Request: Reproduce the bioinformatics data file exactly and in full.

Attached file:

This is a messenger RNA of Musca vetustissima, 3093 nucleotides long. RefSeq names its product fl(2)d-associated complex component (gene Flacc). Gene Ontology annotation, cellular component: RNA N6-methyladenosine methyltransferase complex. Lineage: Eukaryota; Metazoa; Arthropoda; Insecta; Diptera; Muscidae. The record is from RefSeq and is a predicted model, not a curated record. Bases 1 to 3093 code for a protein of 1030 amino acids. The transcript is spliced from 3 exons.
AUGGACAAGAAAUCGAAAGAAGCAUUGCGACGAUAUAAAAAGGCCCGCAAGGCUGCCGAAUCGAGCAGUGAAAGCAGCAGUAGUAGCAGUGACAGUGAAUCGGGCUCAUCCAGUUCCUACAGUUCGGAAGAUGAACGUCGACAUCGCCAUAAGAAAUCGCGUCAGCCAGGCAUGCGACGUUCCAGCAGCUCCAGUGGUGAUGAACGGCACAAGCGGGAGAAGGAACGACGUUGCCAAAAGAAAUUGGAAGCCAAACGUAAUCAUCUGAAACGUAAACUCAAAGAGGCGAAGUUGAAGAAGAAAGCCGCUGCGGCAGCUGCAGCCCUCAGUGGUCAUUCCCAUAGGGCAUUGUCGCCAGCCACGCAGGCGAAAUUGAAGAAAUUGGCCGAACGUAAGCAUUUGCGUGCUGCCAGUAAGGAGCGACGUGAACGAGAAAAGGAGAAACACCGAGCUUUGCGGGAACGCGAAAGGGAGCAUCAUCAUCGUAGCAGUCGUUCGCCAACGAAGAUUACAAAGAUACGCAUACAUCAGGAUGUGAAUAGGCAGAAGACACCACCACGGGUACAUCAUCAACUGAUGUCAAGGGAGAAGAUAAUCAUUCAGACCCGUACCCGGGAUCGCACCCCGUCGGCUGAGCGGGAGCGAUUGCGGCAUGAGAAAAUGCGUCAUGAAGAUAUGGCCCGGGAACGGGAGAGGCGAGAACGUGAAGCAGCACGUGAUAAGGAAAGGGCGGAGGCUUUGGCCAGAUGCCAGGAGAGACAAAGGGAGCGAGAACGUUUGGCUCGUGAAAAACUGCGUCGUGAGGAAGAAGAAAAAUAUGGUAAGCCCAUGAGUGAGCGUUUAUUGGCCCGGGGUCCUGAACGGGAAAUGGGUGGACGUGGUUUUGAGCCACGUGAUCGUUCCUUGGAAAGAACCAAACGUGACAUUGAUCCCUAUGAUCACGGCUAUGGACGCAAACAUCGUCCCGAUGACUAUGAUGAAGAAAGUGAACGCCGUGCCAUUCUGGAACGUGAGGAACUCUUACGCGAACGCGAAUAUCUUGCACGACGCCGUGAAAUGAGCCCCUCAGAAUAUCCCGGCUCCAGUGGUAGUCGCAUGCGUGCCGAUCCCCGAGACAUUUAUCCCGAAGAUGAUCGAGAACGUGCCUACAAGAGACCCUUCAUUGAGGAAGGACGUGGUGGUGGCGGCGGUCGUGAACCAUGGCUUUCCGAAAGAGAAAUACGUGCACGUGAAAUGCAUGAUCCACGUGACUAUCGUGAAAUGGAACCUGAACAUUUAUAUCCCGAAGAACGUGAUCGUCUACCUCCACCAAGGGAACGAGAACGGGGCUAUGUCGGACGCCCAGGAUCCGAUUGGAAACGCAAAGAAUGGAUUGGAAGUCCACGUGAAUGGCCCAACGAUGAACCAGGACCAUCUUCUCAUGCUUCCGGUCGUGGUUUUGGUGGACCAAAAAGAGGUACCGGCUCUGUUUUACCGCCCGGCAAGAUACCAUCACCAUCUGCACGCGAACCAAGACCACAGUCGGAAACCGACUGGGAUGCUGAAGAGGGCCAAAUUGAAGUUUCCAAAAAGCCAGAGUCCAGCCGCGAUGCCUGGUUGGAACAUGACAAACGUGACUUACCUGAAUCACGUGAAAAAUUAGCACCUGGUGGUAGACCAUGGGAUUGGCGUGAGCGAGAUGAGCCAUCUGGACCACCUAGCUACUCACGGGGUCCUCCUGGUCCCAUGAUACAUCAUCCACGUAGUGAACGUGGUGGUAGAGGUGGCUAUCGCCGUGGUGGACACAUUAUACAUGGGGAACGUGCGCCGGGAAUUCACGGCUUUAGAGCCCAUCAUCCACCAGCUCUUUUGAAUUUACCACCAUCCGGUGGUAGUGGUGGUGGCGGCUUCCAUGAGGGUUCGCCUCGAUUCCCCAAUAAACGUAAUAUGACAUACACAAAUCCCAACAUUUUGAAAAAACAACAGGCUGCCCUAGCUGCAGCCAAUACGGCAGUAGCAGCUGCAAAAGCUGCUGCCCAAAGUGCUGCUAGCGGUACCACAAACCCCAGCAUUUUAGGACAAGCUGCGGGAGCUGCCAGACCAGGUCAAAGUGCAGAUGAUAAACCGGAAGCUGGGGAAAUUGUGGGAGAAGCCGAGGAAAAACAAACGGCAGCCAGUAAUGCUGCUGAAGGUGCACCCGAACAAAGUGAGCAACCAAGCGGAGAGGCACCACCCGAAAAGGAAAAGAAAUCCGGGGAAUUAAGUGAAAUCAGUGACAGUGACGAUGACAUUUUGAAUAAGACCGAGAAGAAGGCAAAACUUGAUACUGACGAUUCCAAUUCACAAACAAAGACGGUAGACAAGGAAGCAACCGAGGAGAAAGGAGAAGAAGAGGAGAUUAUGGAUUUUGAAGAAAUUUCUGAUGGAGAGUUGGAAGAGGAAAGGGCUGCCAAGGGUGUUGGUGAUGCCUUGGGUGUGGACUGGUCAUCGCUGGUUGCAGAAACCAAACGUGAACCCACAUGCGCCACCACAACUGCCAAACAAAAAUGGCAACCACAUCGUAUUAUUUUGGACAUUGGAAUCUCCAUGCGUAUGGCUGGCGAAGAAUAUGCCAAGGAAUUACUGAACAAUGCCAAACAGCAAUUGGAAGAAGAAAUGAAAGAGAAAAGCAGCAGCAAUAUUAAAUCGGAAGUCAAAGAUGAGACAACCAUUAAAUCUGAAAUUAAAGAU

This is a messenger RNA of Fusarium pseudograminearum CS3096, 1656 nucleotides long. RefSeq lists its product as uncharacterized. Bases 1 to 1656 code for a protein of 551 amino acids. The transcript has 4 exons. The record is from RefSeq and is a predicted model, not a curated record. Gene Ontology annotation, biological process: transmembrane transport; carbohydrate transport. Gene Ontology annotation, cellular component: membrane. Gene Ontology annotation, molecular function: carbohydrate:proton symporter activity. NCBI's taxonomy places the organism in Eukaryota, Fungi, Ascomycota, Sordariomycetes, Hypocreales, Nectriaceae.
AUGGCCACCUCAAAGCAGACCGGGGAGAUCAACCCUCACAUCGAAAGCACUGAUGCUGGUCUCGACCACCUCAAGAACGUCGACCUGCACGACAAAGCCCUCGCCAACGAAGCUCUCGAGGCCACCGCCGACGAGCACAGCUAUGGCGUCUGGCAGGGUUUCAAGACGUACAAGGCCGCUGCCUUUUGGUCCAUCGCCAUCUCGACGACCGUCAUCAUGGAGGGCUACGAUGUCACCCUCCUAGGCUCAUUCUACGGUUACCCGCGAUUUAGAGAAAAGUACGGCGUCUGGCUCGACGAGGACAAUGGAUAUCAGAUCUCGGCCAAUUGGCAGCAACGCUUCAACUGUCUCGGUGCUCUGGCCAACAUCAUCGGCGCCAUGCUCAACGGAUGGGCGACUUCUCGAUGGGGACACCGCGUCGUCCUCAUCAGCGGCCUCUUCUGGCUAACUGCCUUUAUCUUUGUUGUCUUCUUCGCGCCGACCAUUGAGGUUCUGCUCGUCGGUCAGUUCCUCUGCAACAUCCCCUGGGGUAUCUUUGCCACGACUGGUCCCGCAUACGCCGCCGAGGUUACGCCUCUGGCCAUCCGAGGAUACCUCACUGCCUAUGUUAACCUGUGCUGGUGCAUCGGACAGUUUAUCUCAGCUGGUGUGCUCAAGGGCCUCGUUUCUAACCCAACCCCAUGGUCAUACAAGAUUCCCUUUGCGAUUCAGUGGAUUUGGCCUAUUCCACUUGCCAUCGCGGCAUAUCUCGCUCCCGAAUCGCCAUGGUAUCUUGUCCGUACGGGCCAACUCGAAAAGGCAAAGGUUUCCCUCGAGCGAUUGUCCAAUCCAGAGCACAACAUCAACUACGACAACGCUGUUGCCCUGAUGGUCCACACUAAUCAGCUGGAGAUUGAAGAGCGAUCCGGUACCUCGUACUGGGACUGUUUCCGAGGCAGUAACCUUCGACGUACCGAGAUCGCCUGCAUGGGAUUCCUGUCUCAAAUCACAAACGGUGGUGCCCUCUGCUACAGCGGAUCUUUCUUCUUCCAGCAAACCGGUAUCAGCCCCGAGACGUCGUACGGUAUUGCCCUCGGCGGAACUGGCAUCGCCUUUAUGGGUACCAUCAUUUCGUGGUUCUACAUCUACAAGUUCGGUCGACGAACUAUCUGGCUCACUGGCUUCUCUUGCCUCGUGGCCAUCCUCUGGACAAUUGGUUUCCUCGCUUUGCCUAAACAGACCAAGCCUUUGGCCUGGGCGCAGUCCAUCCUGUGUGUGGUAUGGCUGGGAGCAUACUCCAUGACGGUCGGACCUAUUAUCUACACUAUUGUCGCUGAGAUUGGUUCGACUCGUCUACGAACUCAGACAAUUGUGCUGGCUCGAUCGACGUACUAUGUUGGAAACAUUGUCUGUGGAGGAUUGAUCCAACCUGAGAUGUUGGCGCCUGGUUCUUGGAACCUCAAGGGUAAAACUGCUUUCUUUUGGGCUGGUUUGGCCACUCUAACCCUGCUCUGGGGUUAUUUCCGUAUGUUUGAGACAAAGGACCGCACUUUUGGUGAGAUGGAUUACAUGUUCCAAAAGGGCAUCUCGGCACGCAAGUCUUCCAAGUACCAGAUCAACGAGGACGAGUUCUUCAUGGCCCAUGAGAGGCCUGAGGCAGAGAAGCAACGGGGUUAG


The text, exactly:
This is a messenger RNA of Musca vetustissima, 3093 nucleotides long. RefSeq names its product fl(2)d-associated complex component (gene Flacc). Gene Ontology annotation, cellular component: RNA N6-methyladenosine methyltransferase complex. Lineage: Eukaryota; Metazoa; Arthropoda; Insecta; Diptera; Muscidae. The record is from RefSeq and is a predicted model, not a curated record. Bases 1 to 3093 code for a protein of 1030 amino acids. The transcript is spliced from 3 exons.
AUGGACAAGAAAUCGAAAGAAGCAUUGCGACGAUAUAAAAAGGCCCGCAAGGCUGCCGAAUCGAGCAGUGAAAGCAGCAGUAGUAGCAGUGACAGUGAAUCGGGCUCAUCCAGUUCCUACAGUUCGGAAGAUGAACGUCGACAUCGCCAUAAGAAAUCGCGUCAGCCAGGCAUGCGACGUUCCAGCAGCUCCAGUGGUGAUGAACGGCACAAGCGGGAGAAGGAACGACGUUGCCAAAAGAAAUUGGAAGCCAAACGUAAUCAUCUGAAACGUAAACUCAAAGAGGCGAAGUUGAAGAAGAAAGCCGCUGCGGCAGCUGCAGCCCUCAGUGGUCAUUCCCAUAGGGCAUUGUCGCCAGCCACGCAGGCGAAAUUGAAGAAAUUGGCCGAACGUAAGCAUUUGCGUGCUGCCAGUAAGGAGCGACGUGAACGAGAAAAGGAGAAACACCGAGCUUUGCGGGAACGCGAAAGGGAGCAUCAUCAUCGUAGCAGUCGUUCGCCAACGAAGAUUACAAAGAUACGCAUACAUCAGGAUGUGAAUAGGCAGAAGACACCACCACGGGUACAUCAUCAACUGAUGUCAAGGGAGAAGAUAAUCAUUCAGACCCGUACCCGGGAUCGCACCCCGUCGGCUGAGCGGGAGCGAUUGCGGCAUGAGAAAAUGCGUCAUGAAGAUAUGGCCCGGGAACGGGAGAGGCGAGAACGUGAAGCAGCACGUGAUAAGGAAAGGGCGGAGGCUUUGGCCAGAUGCCAGGAGAGACAAAGGGAGCGAGAACGUUUGGCUCGUGAAAAACUGCGUCGUGAGGAAGAAGAAAAAUAUGGUAAGCCCAUGAGUGAGCGUUUAUUGGCCCGGGGUCCUGAACGGGAAAUGGGUGGACGUGGUUUUGAGCCACGUGAUCGUUCCUUGGAAAGAACCAAACGUGACAUUGAUCCCUAUGAUCACGGCUAUGGACGCAAACAUCGUCCCGAUGACUAUGAUGAAGAAAGUGAACGCCGUGCCAUUCUGGAACGUGAGGAACUCUUACGCGAACGCGAAUAUCUUGCACGACGCCGUGAAAUGAGCCCCUCAGAAUAUCCCGGCUCCAGUGGUAGUCGCAUGCGUGCCGAUCCCCGAGACAUUUAUCCCGAAGAUGAUCGAGAACGUGCCUACAAGAGACCCUUCAUUGAGGAAGGACGUGGUGGUGGCGGCGGUCGUGAACCAUGGCUUUCCGAAAGAGAAAUACGUGCACGUGAAAUGCAUGAUCCACGUGACUAUCGUGAAAUGGAACCUGAACAUUUAUAUCCCGAAGAACGUGAUCGUCUACCUCCACCAAGGGAACGAGAACGGGGCUAUGUCGGACGCCCAGGAUCCGAUUGGAAACGCAAAGAAUGGAUUGGAAGUCCACGUGAAUGGCCCAACGAUGAACCAGGACCAUCUUCUCAUGCUUCCGGUCGUGGUUUUGGUGGACCAAAAAGAGGUACCGGCUCUGUUUUACCGCCCGGCAAGAUACCAUCACCAUCUGCACGCGAACCAAGACCACAGUCGGAAACCGACUGGGAUGCUGAAGAGGGCCAAAUUGAAGUUUCCAAAAAGCCAGAGUCCAGCCGCGAUGCCUGGUUGGAACAUGACAAACGUGACUUACCUGAAUCACGUGAAAAAUUAGCACCUGGUGGUAGACCAUGGGAUUGGCGUGAGCGAGAUGAGCCAUCUGGACCACCUAGCUACUCACGGGGUCCUCCUGGUCCCAUGAUACAUCAUCCACGUAGUGAACGUGGUGGUAGAGGUGGCUAUCGCCGUGGUGGACACAUUAUACAUGGGGAACGUGCGCCGGGAAUUCACGGCUUUAGAGCCCAUCAUCCACCAGCUCUUUUGAAUUUACCACCAUCCGGUGGUAGUGGUGGUGGCGGCUUCCAUGAGGGUUCGCCUCGAUUCCCCAAUAAACGUAAUAUGACAUACACAAAUCCCAACAUUUUGAAAAAACAACAGGCUGCCCUAGCUGCAGCCAAUACGGCAGUAGCAGCUGCAAAAGCUGCUGCCCAAAGUGCUGCUAGCGGUACCACAAACCCCAGCAUUUUAGGACAAGCUGCGGGAGCUGCCAGACCAGGUCAAAGUGCAGAUGAUAAACCGGAAGCUGGGGAAAUUGUGGGAGAAGCCGAGGAAAAACAAACGGCAGCCAGUAAUGCUGCUGAAGGUGCACCCGAACAAAGUGAGCAACCAAGCGGAGAGGCACCACCCGAAAAGGAAAAGAAAUCCGGGGAAUUAAGUGAAAUCAGUGACAGUGACGAUGACAUUUUGAAUAAGACCGAGAAGAAGGCAAAACUUGAUACUGACGAUUCCAAUUCACAAACAAAGACGGUAGACAAGGAAGCAACCGAGGAGAAAGGAGAAGAAGAGGAGAUUAUGGAUUUUGAAGAAAUUUCUGAUGGAGAGUUGGAAGAGGAAAGGGCUGCCAAGGGUGUUGGUGAUGCCUUGGGUGUGGACUGGUCAUCGCUGGUUGCAGAAACCAAACGUGAACCCACAUGCGCCACCACAACUGCCAAACAAAAAUGGCAACCACAUCGUAUUAUUUUGGACAUUGGAAUCUCCAUGCGUAUGGCUGGCGAAGAAUAUGCCAAGGAAUUACUGAACAAUGCCAAACAGCAAUUGGAAGAAGAAAUGAAAGAGAAAAGCAGCAGCAAUAUUAAAUCGGAAGUCAAAGAUGAGACAACCAUUAAAUCUGAAAUUAAAGAU

This is a messenger RNA of Fusarium pseudograminearum CS3096, 1656 nucleotides long. RefSeq lists its product as uncharacterized. Bases 1 to 1656 code for a protein of 551 amino acids. The transcript has 4 exons. The record is from RefSeq and is a predicted model, not a curated record. Gene Ontology annotation, biological process: transmembrane transport; carbohydrate transport. Gene Ontology annotation, cellular component: membrane. Gene Ontology annotation, molecular function: carbohydrate:proton symporter activity. NCBI's taxonomy places the organism in Eukaryota, Fungi, Ascomycota, Sordariomycetes, Hypocreales, Nectriaceae.
AUGGCCACCUCAAAGCAGACCGGGGAGAUCAACCCUCACAUCGAAAGCACUGAUGCUGGUCUCGACCACCUCAAGAACGUCGACCUGCACGACAAAGCCCUCGCCAACGAAGCUCUCGAGGCCACCGCCGACGAGCACAGCUAUGGCGUCUGGCAGGGUUUCAAGACGUACAAGGCCGCUGCCUUUUGGUCCAUCGCCAUCUCGACGACCGUCAUCAUGGAGGGCUACGAUGUCACCCUCCUAGGCUCAUUCUACGGUUACCCGCGAUUUAGAGAAAAGUACGGCGUCUGGCUCGACGAGGACAAUGGAUAUCAGAUCUCGGCCAAUUGGCAGCAACGCUUCAACUGUCUCGGUGCUCUGGCCAACAUCAUCGGCGCCAUGCUCAACGGAUGGGCGACUUCUCGAUGGGGACACCGCGUCGUCCUCAUCAGCGGCCUCUUCUGGCUAACUGCCUUUAUCUUUGUUGUCUUCUUCGCGCCGACCAUUGAGGUUCUGCUCGUCGGUCAGUUCCUCUGCAACAUCCCCUGGGGUAUCUUUGCCACGACUGGUCCCGCAUACGCCGCCGAGGUUACGCCUCUGGCCAUCCGAGGAUACCUCACUGCCUAUGUUAACCUGUGCUGGUGCAUCGGACAGUUUAUCUCAGCUGGUGUGCUCAAGGGCCUCGUUUCUAACCCAACCCCAUGGUCAUACAAGAUUCCCUUUGCGAUUCAGUGGAUUUGGCCUAUUCCACUUGCCAUCGCGGCAUAUCUCGCUCCCGAAUCGCCAUGGUAUCUUGUCCGUACGGGCCAACUCGAAAAGGCAAAGGUUUCCCUCGAGCGAUUGUCCAAUCCAGAGCACAACAUCAACUACGACAACGCUGUUGCCCUGAUGGUCCACACUAAUCAGCUGGAGAUUGAAGAGCGAUCCGGUACCUCGUACUGGGACUGUUUCCGAGGCAGUAACCUUCGACGUACCGAGAUCGCCUGCAUGGGAUUCCUGUCUCAAAUCACAAACGGUGGUGCCCUCUGCUACAGCGGAUCUUUCUUCUUCCAGCAAACCGGUAUCAGCCCCGAGACGUCGUACGGUAUUGCCCUCGGCGGAACUGGCAUCGCCUUUAUGGGUACCAUCAUUUCGUGGUUCUACAUCUACAAGUUCGGUCGACGAACUAUCUGGCUCACUGGCUUCUCUUGCCUCGUGGCCAUCCUCUGGACAAUUGGUUUCCUCGCUUUGCCUAAACAGACCAAGCCUUUGGCCUGGGCGCAGUCCAUCCUGUGUGUGGUAUGGCUGGGAGCAUACUCCAUGACGGUCGGACCUAUUAUCUACACUAUUGUCGCUGAGAUUGGUUCGACUCGUCUACGAACUCAGACAAUUGUGCUGGCUCGAUCGACGUACUAUGUUGGAAACAUUGUCUGUGGAGGAUUGAUCCAACCUGAGAUGUUGGCGCCUGGUUCUUGGAACCUCAAGGGUAAAACUGCUUUCUUUUGGGCUGGUUUGGCCACUCUAACCCUGCUCUGGGGUUAUUUCCGUAUGUUUGAGACAAAGGACCGCACUUUUGGUGAGAUGGAUUACAUGUUCCAAAAGGGCAUCUCGGCACGCAAGUCUUCCAAGUACCAGAUCAACGAGGACGAGUUCUUCAUGGCCCAUGAGAGGCCUGAGGCAGAGAAGCAACGGGGUUAG